cupcake

Are cupcakes a sign of neighbourhood gentrification?

Does the appearance of a cupcake shop mean a neighbourhood has gentrified? This was just one one the many topics debated and discussed this past Saturday at Wychwood Barns during the FoodPrint Toronto event.

Founded by Nicola Twilley and Sarah Rich, FoodPrint is a series of international conversations "examining the hidden corsetry that gives shape to urban foodscapes." The event here in Toronto was the second in the series, the first happening this past February in New York.

FoodPrint comes to Toronto on the heels of a lot of change to our city's foodscape. Not only are farmers' markets sprouting up as quickly as we can plant the seeds of the local food movement's virtues, but community focused efforts from the likes of The Stop, FoodShare and Not Far From The Tree (to name only a few) are gaining momentum and a lot more public awareness.

And the cherry on top is most certainly our new city-wide food strategy - making now a perfect time to talk about food and its influence on the city.

The afternoon consisted of four themed panels: Zoning Diet, Culinary Cartography, Edible Archaeology, and Feast, Famine & Other Scenarios.

Bringing together a variety of ideas and voices - writers, architects, academics, policy-makers, retailers, fruit gleaners, fishers, and community workers among them - FoodPrint Toronto inspired the kind of conversation you might expect at an event that intellectualizes food.

Issues like how Toronto's food system could be more sustainable through improving the protection of farmland, and how consumers can impact grocery chains like Longo's with their buying power were discussed.

But panelists also talked about the realities and limitations of urban agriculture and how we are in desperate need of new, young farmers. The diversity of panelists also lead the conversation in unexpected and interesting directions like how ethnic restaurant decor has changed over the last 20 years, or what traditional native fishing techniques consist of.

Barbara Emanuel, a Senior Policy Advisor at the Toronto Board of Health and one of the leads on the city's new food strategy, underscored both the virtues and limitations of urban agriculture. While in her opinion there is much potential for improving accessibility in low-income neighbouroods and building a sense of community through urban ag, we simply can't achieve the scale needed to feed the entire city.

There was also talk about shifting the focus to sub-urban agriculture, due to the availability of more space (bigger backyards! More of them!) and due to the fact that most suburbanites can't walk to grocery stores.

The idea of "culinary cartography" was interesting - narrowing the "what" on a map to centre around some aspect of food culture, infrastructure or identity - like this image that re-purposes the subway map to show the foods and locations of our ethnic neighbourhoods.

Another map, developed for the New York FoodPrint event, plotted cupcake shops to plot the progression of gentrification in different neighbourhoods. The Toronto equivalent could be cupcake shops, indie coffee houses, or maybe gourmet burger joints.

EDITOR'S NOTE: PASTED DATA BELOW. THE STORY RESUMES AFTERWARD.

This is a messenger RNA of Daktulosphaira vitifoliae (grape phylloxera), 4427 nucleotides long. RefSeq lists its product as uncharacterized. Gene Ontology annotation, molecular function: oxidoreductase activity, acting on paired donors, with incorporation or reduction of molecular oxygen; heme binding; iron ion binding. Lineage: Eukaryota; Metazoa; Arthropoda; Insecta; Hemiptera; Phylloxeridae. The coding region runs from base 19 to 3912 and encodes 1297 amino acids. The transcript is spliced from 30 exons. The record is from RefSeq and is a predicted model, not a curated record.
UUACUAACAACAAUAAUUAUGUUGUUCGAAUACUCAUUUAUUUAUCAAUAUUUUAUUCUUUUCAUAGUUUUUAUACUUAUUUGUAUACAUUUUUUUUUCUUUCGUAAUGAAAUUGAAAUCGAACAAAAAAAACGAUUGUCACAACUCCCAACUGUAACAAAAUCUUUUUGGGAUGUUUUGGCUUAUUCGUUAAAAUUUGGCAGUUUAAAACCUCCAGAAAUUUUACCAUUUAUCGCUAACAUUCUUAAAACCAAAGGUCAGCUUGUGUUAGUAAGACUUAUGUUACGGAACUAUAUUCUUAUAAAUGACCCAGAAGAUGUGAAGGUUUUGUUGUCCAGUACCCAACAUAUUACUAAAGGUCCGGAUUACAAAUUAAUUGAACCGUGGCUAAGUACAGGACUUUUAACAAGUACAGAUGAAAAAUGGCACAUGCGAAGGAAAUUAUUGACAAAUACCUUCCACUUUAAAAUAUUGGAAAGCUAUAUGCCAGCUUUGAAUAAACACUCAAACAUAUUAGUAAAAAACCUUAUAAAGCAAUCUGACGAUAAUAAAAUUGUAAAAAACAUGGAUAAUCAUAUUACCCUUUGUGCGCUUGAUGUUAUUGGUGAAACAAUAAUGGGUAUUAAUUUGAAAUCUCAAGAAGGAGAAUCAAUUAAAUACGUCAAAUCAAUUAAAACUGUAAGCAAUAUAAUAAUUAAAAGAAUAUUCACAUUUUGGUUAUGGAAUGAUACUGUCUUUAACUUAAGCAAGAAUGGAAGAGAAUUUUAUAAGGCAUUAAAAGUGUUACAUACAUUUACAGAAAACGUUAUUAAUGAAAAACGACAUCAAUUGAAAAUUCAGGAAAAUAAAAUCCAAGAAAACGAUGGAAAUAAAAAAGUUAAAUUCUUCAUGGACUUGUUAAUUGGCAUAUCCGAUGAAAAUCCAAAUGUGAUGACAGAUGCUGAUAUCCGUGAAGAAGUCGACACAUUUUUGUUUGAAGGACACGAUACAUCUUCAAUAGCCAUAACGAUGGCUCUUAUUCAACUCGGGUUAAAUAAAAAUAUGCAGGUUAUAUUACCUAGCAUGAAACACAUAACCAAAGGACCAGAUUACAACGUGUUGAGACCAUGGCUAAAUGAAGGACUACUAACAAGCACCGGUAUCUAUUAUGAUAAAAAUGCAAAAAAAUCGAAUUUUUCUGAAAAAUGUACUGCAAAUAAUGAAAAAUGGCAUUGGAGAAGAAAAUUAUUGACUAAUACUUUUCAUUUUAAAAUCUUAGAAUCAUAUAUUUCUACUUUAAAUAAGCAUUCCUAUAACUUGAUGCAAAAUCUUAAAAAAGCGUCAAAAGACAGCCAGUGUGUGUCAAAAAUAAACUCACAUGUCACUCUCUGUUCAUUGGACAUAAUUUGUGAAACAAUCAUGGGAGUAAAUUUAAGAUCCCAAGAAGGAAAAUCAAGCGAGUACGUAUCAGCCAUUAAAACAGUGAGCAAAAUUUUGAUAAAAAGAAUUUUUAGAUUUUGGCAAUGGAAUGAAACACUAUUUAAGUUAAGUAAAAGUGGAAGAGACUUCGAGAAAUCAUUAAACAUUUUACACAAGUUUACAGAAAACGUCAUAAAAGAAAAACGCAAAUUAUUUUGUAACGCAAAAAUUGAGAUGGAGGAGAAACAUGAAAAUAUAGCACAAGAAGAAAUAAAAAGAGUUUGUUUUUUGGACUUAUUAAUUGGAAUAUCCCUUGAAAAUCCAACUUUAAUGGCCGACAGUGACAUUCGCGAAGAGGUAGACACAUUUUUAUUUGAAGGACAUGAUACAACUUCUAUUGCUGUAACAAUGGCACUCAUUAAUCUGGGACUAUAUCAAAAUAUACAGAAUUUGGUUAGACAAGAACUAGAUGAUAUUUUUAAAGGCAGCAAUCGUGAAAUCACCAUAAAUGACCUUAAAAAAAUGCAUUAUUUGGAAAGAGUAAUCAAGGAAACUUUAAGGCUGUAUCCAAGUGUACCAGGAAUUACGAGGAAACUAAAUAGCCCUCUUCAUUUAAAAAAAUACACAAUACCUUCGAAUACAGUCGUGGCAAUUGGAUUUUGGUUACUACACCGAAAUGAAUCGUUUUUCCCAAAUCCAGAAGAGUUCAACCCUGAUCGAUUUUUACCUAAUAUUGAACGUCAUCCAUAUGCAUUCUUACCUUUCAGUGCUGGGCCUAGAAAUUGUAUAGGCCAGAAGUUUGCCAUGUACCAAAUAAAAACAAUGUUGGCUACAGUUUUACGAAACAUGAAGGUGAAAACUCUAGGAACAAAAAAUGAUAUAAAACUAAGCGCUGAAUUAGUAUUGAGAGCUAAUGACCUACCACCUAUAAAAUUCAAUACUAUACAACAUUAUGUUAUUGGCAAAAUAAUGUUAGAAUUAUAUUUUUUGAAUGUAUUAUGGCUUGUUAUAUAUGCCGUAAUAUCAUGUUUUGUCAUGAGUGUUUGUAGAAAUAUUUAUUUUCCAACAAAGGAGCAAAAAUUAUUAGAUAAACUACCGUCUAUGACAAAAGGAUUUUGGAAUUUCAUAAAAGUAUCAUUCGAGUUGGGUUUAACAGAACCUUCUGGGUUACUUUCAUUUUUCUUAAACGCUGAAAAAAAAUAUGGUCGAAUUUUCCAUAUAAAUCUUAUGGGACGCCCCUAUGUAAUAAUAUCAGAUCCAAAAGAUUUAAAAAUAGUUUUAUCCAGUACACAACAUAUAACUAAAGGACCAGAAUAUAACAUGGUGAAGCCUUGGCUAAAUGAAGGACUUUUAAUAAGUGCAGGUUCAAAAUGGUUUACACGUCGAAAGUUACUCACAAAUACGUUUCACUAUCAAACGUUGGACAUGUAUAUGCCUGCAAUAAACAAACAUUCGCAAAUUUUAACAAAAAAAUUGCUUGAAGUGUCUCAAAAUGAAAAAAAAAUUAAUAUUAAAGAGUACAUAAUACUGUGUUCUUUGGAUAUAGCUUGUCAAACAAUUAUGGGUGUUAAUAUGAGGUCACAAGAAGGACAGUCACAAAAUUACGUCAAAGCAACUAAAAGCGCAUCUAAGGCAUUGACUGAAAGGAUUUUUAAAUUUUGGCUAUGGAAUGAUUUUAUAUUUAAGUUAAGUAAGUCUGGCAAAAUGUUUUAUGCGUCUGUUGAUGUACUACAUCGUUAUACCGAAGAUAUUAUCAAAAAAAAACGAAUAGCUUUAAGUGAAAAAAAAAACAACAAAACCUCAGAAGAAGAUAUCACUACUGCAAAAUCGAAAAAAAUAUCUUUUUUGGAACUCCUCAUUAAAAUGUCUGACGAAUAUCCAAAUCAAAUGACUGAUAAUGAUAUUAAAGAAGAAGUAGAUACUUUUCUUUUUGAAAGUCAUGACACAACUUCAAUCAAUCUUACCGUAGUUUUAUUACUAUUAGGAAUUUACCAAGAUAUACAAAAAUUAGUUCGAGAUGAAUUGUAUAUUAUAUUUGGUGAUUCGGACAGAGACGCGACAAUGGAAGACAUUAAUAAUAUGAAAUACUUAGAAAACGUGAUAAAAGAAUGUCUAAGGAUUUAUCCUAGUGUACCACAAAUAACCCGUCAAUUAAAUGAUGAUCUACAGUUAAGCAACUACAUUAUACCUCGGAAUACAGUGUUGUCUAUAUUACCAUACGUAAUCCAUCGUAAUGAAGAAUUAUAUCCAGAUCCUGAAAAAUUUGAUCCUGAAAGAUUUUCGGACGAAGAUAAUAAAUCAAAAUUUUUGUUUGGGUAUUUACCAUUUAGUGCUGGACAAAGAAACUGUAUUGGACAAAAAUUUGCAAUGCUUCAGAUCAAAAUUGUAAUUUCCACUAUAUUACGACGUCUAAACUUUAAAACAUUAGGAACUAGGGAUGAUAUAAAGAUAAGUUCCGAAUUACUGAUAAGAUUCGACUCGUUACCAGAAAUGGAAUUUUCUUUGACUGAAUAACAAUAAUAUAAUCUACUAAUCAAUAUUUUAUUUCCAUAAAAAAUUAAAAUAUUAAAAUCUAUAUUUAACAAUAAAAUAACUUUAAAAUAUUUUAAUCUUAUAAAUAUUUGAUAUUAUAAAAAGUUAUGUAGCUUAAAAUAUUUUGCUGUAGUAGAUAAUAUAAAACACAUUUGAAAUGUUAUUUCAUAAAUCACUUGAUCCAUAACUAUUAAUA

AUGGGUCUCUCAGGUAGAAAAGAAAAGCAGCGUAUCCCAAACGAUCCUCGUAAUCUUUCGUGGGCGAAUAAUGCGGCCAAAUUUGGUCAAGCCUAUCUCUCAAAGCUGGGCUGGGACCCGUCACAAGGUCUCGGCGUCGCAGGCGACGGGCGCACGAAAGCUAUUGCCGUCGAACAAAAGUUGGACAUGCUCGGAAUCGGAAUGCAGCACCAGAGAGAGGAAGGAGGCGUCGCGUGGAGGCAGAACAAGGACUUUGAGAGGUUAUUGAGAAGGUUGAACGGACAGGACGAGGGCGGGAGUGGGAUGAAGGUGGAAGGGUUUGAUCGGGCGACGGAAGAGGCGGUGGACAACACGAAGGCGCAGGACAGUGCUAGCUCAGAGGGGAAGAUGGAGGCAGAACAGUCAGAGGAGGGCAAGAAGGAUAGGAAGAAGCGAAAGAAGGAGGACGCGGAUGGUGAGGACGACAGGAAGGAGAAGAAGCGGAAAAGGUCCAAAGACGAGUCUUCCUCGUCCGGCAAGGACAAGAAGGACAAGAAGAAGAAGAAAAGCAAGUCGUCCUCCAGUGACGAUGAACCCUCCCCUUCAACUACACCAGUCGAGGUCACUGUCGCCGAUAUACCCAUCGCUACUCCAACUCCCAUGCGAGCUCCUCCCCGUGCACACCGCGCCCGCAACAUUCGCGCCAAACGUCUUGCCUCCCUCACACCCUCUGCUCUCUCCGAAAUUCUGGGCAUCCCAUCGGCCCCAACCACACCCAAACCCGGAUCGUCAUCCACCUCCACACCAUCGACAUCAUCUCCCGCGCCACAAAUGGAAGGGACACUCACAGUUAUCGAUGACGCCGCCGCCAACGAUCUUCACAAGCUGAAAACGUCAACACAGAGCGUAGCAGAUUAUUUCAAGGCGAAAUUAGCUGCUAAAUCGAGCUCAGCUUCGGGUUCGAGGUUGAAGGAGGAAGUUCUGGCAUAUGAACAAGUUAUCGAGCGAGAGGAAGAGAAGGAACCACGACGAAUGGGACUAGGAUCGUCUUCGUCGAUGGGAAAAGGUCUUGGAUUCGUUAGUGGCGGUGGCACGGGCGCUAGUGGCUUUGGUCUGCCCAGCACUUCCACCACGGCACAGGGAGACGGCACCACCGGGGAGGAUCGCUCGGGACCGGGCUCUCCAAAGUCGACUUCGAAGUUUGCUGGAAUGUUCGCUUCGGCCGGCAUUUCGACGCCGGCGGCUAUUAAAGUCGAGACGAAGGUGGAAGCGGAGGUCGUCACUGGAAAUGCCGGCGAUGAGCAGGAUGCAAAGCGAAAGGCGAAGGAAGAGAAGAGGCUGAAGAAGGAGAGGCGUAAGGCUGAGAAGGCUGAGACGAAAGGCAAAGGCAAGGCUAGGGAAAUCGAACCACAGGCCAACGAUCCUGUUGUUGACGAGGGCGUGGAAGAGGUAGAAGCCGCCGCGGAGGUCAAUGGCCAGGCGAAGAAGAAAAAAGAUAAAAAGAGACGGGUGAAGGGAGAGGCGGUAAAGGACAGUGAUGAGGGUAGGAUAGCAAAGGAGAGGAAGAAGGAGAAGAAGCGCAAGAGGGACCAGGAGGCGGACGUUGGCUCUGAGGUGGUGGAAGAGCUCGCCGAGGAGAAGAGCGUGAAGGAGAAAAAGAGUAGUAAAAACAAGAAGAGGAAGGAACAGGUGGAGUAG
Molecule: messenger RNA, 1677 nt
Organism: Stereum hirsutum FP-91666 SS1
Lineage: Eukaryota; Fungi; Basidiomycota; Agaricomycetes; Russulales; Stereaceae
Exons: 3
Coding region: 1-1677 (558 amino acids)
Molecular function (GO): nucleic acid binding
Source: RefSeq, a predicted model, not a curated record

According to Laurel Atkinson, Program Coordinator of Not Far From the Tree, fruit gleaners see the world through "fruit goggles" and continuously plot fruit trees for their own culinary cartography purposes as they wander around neighbourhoods looking for fruit that might otherwise go to waste.

Foodprint

Shawn Micallef, editor at Spacing Magazine, flaneur, and author of Stroll: Pschogeographic Walking Tours of Toronto, pulled from his essay in The Edible City and talked about the evolution of ethnic restaurant decor as going from "over-the-top ethnic-ness" (think "colonial Peking") to something only reminiscent of ethnicity, and not obviously tied to any one culture (think the Pan Asian Spring Rolls chain).

Rebecca O'Neill, a PhD candidate in the University of Toronto's Department of History, is studying the evolution of school lunches. She is looking at what foods (she dubs them 'Brain Foods') drove the overriding goal of "wholesomeness" and "body building" for school lunches between 1941 and 1980. Today, the focus of school lunches isn't "wholesomeness" and "body-building" so much as trying to fight obesity.

The day ended with a discussion about what the future of food looks like in Toronto. Evan D.G. Fraser, professor and author of Empires of Food: Feast, Famine, and the Rise and Fall of Civilizations, emphasized the need to view local food production as "insurance" against a global food crisis. He believes houses, municipalities, and the country as a whole need better stocked larders. That we should learn and take heed of the lessons our grandparents taught us through conserving, preserving and being prepared for tough times ahead.

So what is the future of the foodscape in Toronto? FoodPrint co-founder Sarah Rich used the quote "You have to be able to articulate what you want in order to get it." A fair, if not somewhat Opra-esque, point. Even assuming that the collective "we" can articulate what we want for Toronto's future, that collective "we" is made up of a lot of individual "me"s and the next challenge will be in turning all those ideas, visions, and hopes into a cohesive plan of action.

Top photo by Whoaa Buddy on Flickr


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